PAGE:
High top-tax rates may induce top earners to migrate to countries where the tax burden is lower, thereby limiting the redistributive power of governments and potentially creating harmful tax competition.Gee, might there be some who'd dispute that the power to confiscate other people's income doesn't corrupt (sometimes absolutely)? But being blithely obtuse is bliss, as the economists double down in their conclusion;
...these schemes impose negative fiscal externalities on other countries by reducing their capacity to collect taxes from top earners. .... Absent international tax coordination, preferential tax schemes to high-income foreigners could substantially weaken tax progressivity at the top of the distribution. This will require international policy coordination and the design of rules regulating such special schemes in the EU in coming years.In other words, these four economists favor monopoly! However, where is the evidence that 'tax progressivity' is a good thing? After all, the wisdom of the ages is that coveting that which is thy neighbor's is unhealthy. Especially when these four admit that at a rate of 35% a country will probably maximize its revenue (only a good thing if you're receiving it; a position in which only a minority can be).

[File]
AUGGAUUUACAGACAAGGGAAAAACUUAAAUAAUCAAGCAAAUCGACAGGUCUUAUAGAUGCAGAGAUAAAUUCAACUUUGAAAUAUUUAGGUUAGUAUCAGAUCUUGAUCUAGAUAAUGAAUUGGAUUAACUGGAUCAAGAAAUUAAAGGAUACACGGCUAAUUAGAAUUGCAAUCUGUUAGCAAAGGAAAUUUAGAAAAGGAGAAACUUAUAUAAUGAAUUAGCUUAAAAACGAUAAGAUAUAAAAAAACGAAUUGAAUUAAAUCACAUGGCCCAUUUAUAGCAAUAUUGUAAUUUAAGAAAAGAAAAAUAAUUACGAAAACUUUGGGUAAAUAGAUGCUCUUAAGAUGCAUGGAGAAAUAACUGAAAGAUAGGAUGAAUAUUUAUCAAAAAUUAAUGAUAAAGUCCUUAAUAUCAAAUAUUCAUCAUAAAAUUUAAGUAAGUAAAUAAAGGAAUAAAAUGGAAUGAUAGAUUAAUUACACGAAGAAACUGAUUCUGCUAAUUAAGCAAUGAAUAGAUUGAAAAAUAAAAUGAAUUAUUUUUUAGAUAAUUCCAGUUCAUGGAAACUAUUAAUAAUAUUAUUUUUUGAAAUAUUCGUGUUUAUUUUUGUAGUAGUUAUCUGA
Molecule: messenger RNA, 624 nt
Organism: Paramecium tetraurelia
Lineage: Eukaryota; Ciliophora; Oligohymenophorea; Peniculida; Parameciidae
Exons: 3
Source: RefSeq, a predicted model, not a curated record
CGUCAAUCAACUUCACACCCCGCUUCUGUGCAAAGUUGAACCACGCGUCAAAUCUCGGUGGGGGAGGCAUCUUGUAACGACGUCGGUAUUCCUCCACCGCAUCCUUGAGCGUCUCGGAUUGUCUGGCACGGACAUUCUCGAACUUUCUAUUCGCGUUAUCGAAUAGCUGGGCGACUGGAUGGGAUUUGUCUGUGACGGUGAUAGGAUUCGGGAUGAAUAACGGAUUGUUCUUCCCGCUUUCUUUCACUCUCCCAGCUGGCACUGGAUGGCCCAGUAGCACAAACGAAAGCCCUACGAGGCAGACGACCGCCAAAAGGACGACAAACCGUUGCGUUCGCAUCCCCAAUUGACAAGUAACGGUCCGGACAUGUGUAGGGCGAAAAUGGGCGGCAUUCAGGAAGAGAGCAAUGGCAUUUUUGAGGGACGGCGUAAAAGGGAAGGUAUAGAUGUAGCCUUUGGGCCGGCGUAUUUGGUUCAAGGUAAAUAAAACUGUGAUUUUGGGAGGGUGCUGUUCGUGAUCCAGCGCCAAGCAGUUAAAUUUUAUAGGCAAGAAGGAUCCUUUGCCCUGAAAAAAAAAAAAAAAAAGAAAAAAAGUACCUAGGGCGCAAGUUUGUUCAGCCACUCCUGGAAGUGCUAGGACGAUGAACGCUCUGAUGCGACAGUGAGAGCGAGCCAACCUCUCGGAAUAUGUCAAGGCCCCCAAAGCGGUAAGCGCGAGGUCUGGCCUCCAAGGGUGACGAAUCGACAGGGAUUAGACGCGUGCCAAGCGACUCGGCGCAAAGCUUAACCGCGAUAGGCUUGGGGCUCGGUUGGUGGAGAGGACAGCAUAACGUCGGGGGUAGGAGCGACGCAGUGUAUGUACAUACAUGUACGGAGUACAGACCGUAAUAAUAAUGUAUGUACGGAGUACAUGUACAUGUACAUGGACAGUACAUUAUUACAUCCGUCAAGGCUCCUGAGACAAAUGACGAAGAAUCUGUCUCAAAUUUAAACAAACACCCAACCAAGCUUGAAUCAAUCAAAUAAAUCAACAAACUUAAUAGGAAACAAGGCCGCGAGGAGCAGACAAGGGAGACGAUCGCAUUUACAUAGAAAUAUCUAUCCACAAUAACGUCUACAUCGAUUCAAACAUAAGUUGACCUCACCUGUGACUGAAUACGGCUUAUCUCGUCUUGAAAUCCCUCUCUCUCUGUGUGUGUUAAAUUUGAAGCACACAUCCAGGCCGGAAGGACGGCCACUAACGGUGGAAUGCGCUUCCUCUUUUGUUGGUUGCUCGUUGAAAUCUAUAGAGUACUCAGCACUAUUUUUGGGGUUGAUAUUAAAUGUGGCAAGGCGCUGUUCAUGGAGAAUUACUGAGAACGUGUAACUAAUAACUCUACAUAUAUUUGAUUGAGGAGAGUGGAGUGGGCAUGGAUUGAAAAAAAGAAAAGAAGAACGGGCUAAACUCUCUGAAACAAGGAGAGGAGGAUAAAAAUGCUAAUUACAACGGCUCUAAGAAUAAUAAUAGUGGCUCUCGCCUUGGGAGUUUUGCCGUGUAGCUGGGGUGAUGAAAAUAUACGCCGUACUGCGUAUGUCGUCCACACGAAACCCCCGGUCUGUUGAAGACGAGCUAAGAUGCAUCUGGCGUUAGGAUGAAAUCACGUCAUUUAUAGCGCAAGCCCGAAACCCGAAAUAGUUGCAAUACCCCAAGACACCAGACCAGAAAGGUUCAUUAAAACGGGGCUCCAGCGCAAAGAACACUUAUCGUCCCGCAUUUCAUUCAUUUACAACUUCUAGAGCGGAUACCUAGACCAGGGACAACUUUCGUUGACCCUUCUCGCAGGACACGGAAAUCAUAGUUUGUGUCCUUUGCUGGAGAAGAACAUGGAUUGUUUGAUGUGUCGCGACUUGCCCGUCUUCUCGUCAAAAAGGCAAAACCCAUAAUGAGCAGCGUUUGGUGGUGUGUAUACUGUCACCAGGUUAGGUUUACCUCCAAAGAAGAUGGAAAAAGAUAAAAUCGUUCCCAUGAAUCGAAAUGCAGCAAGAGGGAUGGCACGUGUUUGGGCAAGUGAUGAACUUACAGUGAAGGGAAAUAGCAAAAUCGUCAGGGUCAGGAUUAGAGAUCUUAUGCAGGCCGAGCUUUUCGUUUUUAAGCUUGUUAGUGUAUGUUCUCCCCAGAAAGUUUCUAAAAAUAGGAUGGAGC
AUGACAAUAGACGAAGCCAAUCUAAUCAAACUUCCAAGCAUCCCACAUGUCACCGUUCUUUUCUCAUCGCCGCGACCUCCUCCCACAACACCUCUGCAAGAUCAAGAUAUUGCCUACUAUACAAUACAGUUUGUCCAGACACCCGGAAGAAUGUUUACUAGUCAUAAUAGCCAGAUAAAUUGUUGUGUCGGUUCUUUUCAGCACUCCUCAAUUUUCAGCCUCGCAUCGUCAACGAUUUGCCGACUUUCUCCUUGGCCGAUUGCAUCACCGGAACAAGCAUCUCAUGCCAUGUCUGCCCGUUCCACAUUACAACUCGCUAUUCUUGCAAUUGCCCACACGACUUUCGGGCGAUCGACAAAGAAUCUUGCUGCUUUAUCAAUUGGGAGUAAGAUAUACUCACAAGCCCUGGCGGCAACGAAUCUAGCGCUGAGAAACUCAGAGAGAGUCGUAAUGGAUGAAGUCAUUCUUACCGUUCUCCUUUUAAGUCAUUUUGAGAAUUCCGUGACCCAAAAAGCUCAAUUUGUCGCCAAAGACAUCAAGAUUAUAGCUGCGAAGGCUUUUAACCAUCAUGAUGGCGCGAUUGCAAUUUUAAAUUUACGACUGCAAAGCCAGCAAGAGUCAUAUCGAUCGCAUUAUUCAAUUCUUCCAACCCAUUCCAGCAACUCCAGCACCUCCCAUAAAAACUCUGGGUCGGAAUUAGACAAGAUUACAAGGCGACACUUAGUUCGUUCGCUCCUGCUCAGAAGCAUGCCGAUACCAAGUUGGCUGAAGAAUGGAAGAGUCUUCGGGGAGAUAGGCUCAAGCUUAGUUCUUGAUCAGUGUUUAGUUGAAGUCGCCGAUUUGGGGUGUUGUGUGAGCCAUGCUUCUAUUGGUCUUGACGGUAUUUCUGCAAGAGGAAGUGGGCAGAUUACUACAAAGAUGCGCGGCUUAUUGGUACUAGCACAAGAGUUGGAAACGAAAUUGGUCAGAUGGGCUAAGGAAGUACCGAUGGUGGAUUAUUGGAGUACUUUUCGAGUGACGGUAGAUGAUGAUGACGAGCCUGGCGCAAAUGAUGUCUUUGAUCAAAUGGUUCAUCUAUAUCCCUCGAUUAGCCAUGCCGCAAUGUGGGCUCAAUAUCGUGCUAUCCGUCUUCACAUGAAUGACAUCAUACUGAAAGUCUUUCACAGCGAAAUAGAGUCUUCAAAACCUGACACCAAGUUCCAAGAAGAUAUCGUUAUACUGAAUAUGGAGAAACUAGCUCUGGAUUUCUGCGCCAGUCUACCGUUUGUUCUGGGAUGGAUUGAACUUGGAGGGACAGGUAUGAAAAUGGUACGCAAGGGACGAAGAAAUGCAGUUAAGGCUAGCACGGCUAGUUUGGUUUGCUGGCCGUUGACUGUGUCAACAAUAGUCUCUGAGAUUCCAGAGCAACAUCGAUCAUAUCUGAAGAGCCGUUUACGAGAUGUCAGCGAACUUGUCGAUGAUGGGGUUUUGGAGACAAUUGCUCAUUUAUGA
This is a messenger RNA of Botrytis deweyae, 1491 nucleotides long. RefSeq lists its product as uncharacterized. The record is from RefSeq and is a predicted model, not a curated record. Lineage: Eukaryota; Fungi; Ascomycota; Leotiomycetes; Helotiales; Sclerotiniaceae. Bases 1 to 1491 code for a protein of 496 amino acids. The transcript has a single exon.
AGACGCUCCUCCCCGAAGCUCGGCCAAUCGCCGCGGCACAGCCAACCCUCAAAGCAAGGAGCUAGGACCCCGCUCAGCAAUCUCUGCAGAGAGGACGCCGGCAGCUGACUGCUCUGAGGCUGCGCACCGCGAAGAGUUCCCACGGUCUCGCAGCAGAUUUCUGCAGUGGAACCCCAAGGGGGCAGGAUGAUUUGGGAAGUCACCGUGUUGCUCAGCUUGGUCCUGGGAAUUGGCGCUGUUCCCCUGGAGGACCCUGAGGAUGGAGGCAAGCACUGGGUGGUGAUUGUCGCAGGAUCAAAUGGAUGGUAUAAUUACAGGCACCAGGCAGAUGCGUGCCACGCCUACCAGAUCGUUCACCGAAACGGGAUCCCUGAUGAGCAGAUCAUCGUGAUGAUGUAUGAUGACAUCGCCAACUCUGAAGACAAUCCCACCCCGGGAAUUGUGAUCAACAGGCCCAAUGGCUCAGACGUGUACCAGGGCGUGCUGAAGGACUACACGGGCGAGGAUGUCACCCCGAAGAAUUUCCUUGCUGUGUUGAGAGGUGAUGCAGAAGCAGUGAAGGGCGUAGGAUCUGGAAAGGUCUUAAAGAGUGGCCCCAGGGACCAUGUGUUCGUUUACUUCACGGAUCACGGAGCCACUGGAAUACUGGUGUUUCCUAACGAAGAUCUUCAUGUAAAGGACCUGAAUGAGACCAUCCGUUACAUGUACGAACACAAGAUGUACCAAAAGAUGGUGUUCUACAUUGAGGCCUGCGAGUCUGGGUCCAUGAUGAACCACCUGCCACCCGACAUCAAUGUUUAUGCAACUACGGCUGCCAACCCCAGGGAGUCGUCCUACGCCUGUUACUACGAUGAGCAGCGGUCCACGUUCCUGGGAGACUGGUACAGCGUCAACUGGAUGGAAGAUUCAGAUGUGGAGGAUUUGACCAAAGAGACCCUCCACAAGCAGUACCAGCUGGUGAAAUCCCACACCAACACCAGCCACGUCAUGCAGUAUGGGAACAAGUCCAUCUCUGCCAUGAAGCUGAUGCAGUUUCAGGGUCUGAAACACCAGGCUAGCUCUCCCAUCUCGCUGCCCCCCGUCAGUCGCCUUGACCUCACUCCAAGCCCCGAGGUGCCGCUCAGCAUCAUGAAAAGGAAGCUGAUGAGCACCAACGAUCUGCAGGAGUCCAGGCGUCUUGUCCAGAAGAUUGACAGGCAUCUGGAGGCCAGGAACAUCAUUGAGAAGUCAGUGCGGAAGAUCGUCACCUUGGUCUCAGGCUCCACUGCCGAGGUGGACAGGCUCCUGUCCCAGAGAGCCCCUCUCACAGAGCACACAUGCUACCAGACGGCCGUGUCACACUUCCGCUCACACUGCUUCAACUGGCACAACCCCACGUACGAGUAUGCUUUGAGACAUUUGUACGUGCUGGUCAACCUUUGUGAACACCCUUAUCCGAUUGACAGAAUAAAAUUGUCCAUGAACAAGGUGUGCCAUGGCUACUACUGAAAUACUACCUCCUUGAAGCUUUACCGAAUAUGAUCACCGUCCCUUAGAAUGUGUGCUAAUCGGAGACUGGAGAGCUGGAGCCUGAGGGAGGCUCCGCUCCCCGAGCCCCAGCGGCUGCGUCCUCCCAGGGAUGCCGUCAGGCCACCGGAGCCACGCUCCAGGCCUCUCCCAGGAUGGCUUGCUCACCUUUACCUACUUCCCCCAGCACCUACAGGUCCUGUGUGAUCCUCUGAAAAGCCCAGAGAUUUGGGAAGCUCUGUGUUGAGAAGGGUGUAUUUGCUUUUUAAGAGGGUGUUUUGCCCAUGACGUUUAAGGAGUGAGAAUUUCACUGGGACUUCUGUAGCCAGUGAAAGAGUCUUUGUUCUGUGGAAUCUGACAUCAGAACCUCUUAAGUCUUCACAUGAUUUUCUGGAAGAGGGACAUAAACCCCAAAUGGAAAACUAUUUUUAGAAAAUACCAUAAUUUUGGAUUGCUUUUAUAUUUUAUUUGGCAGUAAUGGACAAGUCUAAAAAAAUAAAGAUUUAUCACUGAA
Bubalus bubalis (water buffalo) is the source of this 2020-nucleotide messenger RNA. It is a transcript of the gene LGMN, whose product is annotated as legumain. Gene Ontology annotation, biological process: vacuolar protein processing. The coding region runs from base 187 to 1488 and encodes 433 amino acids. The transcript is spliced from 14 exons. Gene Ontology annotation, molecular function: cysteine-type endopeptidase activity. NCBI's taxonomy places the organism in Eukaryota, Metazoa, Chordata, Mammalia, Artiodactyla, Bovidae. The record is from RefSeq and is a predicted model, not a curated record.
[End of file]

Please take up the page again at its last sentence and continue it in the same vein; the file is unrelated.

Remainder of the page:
C'mon guys, an unexamined life isn't worth living.
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